ADRIAN KISSAM, Supervisor from the Fourth Ward of Newburgh, is a native of this city, his birth occurring November 27, 1847, and he is a son of Richard V. and Maria E. (Latourette) Kissam, the former a native of New York City. The latter was a native of Jersey City, but was of French-Huguenot descent, and her grandfather Latourette was captain of a merchant vessel during the Revolutionary War. She died in 1890, when past eighty years of age. Richard V. Kissam, the father, was of the old Knickerbocker stock, and the family was one of considerable wealth. The father, who was a graduate of Yale College, about 1835 located in Newburgh, where he bought a tract of land northwest of the city, consisting of fifty acres, all of which now lies within the city limits. He lived on this homestead until his death in 1869, being then past seventy years of age. Religiously he was a member of the Dutch Reformed Church, and politically he was a stanch Democrat. His father was in the War of 1812. In the family of Richard V. and Maria E. Kissam were fourteen children, seven of whom grew to maturity, but only two are now living, our subject, and Anna, now Mrs. Blake, of this city.
Adrian Kissam grew to manhood in his native city and received his education in private schools. When but sixteen years of age he began traveling over the United States. He first went to California, by way of Mexico and Cape Horn, the journey, which lasted three months, being made in the steamers "Sacramento" and "Moses Taylor." For several years he spent the time on the plains and on the Pacific Coast; in fact, he traveled extensively all over the West, and after his father's death returned home by way of Panama to New York City. He took charge of his father's estate, settled it up, and ever since has continued to make Newburgh his home. He has a place adjoining the old homestead comprising thirty-three acres and lying within the city- limits, the family residence being located on Pierce Road.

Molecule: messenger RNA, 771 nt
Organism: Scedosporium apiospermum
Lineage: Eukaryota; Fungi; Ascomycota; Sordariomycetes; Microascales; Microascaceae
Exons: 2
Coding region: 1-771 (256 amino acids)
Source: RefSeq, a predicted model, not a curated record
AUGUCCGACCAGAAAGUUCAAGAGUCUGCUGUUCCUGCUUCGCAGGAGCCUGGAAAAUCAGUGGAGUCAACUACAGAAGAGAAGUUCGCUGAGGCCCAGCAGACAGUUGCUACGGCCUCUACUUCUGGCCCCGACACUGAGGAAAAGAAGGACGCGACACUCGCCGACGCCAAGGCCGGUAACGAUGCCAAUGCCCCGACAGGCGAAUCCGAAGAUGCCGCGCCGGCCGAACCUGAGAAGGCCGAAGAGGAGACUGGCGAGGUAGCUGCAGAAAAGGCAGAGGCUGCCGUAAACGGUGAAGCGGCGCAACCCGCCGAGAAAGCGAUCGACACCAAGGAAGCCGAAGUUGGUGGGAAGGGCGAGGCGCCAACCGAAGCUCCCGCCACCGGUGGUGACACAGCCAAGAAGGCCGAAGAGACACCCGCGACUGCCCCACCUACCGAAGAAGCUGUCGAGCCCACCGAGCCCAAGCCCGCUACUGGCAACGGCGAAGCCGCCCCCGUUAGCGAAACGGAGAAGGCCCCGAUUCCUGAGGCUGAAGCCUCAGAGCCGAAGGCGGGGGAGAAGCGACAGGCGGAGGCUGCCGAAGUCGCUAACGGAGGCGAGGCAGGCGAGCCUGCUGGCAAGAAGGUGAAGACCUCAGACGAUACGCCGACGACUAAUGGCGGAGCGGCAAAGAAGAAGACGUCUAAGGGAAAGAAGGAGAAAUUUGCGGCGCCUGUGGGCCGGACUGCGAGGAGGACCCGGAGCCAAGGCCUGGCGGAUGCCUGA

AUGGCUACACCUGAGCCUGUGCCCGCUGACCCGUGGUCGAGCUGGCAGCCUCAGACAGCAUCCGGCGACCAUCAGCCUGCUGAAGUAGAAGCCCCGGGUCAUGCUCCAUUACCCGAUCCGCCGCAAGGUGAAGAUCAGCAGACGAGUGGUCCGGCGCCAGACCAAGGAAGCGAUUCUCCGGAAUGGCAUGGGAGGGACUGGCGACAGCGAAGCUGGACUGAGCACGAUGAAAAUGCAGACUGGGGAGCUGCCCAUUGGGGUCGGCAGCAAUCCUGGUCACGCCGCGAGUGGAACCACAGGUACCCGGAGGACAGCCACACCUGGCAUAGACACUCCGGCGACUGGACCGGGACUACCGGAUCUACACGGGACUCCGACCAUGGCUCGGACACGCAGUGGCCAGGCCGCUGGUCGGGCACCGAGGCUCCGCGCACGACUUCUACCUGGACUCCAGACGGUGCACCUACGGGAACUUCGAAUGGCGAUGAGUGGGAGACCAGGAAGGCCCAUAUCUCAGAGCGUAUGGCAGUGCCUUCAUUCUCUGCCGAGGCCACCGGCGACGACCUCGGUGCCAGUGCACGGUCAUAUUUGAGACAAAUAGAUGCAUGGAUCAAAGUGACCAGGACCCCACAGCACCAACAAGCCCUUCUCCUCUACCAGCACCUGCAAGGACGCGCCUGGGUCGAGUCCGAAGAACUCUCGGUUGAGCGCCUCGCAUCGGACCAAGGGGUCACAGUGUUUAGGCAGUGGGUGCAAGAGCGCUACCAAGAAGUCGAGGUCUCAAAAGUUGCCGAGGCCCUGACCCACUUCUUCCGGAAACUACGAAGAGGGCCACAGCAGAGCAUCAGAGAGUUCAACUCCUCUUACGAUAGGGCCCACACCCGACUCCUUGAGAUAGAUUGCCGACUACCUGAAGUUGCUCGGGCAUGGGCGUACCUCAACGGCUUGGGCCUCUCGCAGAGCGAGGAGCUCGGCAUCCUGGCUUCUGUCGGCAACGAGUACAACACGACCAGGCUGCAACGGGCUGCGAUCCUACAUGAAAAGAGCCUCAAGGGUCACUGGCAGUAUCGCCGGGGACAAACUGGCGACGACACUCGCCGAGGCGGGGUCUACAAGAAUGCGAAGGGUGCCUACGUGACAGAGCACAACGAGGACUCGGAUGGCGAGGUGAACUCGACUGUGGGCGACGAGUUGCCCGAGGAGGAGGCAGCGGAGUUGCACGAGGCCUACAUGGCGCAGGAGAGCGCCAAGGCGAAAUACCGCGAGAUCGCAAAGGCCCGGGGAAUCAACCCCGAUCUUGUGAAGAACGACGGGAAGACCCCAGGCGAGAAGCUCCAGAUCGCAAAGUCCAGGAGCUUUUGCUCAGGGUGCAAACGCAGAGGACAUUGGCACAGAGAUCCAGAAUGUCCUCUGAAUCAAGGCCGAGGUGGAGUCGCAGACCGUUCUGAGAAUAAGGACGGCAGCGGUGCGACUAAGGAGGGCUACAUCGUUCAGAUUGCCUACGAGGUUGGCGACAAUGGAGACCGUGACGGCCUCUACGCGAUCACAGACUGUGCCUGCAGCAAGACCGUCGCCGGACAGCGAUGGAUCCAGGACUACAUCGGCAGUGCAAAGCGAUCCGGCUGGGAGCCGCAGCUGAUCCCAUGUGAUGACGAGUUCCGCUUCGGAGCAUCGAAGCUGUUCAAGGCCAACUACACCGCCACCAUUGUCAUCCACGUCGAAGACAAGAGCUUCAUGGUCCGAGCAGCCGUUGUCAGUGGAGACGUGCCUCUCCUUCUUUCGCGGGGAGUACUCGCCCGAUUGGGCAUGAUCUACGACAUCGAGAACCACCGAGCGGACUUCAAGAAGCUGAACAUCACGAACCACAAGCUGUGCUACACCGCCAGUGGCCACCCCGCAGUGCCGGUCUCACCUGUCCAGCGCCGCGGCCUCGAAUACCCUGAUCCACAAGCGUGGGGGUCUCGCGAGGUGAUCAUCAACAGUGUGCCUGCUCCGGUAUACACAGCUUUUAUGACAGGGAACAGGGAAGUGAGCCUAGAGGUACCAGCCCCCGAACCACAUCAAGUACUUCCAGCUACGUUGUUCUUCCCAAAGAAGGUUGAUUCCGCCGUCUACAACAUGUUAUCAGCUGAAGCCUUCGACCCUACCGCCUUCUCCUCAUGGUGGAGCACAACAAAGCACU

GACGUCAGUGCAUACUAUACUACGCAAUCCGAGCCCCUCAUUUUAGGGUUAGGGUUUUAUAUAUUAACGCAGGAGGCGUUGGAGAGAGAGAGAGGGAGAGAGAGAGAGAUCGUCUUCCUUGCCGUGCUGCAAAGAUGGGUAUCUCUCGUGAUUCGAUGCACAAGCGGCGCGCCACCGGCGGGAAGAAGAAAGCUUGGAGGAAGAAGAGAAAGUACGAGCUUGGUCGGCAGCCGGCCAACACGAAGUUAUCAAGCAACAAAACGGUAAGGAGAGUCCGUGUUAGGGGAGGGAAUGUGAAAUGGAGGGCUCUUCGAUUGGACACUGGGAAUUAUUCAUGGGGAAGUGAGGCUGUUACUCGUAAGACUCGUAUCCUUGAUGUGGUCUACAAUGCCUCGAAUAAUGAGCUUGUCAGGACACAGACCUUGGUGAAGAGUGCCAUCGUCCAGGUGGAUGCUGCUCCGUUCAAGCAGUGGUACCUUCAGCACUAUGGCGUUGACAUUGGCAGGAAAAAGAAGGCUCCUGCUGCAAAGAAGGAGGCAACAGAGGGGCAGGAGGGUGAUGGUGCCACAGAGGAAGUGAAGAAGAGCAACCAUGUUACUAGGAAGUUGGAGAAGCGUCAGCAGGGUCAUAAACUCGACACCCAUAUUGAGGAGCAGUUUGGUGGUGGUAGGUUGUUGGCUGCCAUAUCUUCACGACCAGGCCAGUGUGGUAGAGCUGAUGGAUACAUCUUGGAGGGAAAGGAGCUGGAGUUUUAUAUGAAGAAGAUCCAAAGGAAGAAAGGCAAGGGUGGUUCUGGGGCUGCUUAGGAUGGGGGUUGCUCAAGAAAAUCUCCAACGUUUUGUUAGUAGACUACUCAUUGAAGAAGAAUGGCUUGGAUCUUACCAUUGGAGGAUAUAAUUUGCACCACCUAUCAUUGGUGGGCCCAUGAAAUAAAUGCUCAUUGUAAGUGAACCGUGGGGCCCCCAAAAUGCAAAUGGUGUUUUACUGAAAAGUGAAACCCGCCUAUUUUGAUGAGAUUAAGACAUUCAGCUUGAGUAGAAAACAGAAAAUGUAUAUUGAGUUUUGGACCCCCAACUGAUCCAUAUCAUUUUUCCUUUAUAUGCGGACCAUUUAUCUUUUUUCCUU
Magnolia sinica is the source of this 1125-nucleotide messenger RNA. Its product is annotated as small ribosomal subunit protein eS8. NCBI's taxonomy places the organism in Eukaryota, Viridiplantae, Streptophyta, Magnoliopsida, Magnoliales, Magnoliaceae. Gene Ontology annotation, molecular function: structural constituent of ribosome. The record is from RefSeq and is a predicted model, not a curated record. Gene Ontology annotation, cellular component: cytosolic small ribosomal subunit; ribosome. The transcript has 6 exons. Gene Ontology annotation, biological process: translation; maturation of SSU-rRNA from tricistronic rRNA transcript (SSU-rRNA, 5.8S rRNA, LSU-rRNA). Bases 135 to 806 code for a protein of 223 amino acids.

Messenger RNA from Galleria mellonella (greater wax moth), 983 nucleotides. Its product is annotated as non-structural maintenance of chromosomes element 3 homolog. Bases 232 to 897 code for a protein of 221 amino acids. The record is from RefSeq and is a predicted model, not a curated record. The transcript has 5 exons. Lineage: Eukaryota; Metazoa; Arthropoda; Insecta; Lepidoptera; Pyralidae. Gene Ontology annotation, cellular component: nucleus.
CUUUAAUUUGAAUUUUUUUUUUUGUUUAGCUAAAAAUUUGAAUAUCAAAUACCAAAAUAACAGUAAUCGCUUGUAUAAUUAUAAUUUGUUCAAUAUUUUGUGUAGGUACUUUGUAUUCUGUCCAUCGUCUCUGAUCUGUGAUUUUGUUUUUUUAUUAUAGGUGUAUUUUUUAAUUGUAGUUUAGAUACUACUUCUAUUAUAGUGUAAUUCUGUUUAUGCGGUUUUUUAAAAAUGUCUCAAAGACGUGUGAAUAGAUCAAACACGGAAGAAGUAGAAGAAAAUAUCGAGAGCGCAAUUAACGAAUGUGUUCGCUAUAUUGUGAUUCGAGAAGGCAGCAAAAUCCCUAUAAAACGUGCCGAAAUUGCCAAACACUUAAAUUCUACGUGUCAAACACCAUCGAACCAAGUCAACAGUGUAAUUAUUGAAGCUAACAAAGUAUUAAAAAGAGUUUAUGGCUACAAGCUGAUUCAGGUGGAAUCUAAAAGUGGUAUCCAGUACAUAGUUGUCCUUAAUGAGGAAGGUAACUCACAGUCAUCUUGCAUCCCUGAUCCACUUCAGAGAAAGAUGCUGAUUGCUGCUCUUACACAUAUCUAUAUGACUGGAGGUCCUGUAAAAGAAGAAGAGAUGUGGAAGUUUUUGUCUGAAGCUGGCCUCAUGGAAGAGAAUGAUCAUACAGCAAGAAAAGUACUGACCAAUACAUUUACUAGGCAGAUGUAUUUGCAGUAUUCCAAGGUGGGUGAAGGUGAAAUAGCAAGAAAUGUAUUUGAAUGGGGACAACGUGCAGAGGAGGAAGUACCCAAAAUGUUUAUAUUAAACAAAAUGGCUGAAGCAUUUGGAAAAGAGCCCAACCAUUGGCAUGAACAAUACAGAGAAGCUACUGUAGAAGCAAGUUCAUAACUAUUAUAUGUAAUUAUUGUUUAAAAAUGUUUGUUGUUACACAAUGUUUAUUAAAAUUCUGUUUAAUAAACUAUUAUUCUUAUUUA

In 1892 Mr. Kissam engaged in the livery business, purchasing the old Orange Hotel Stable, which was the oldest in the city, located on Third Street. In this business he has been eminently successful and is popular with all who have business with him in that line. Being an old settler himself, he is well acquainted with every one in all the region roundabout, and as a proof of his popularity it may be stated that in 1893 he was elected Supervisor from the Fourth Ward on the Democratic ticket, being the only one elected on that ticket. He was re-elected in 1894 without opposition, his name appearing on both tickets. He is a member of the Benevolent and Protective Order of Elks, of which he is a Director; a member of Newburgh Lodge No. 309, F. & A. M.; the Newburgh Gun and Rifle Association, of which he is a Director; and of the Orange Lake Club. He is a good shot, and stands at the head of the local rifle team. For fourteen years Mr. Kissam was connected with the New York Militia, as a member of the Nineteenth Regiment, and later of the Seventeenth. He has been a member of the fire department of Newburgh from a youth, and has been very active in all matters pertaining to its welfare. Politically, as might be inferred, he is a Democrat. Mr. Kissam and Miss Mary Donahue, a daughter of Patrick Donahue, were united in marriage in Newburgh, of which city she is a native. They have five children, Adrian, Jr., Richard V., Maria E., Benjamin and Charles.
Some interesting points:
• Maria E. is my great-grandmother.
• I haven't found a reference to Richard Varick Kissam serving in the War of 1812 but that was a cursory look at pensions which he probably didn't need.
• I have to believe the move from Episcopalian to Dutch Reformed is the influence of Cornelia Roosevelt. Richard Varick Kissam was baptized in a Dutch Reformed Church.
• Family legend has it that Adrian lost most of the Kissam family cash... at least that which had been passed down his line.
• Anyone have a Google Maps link to where the property on Pierce Rd. was located?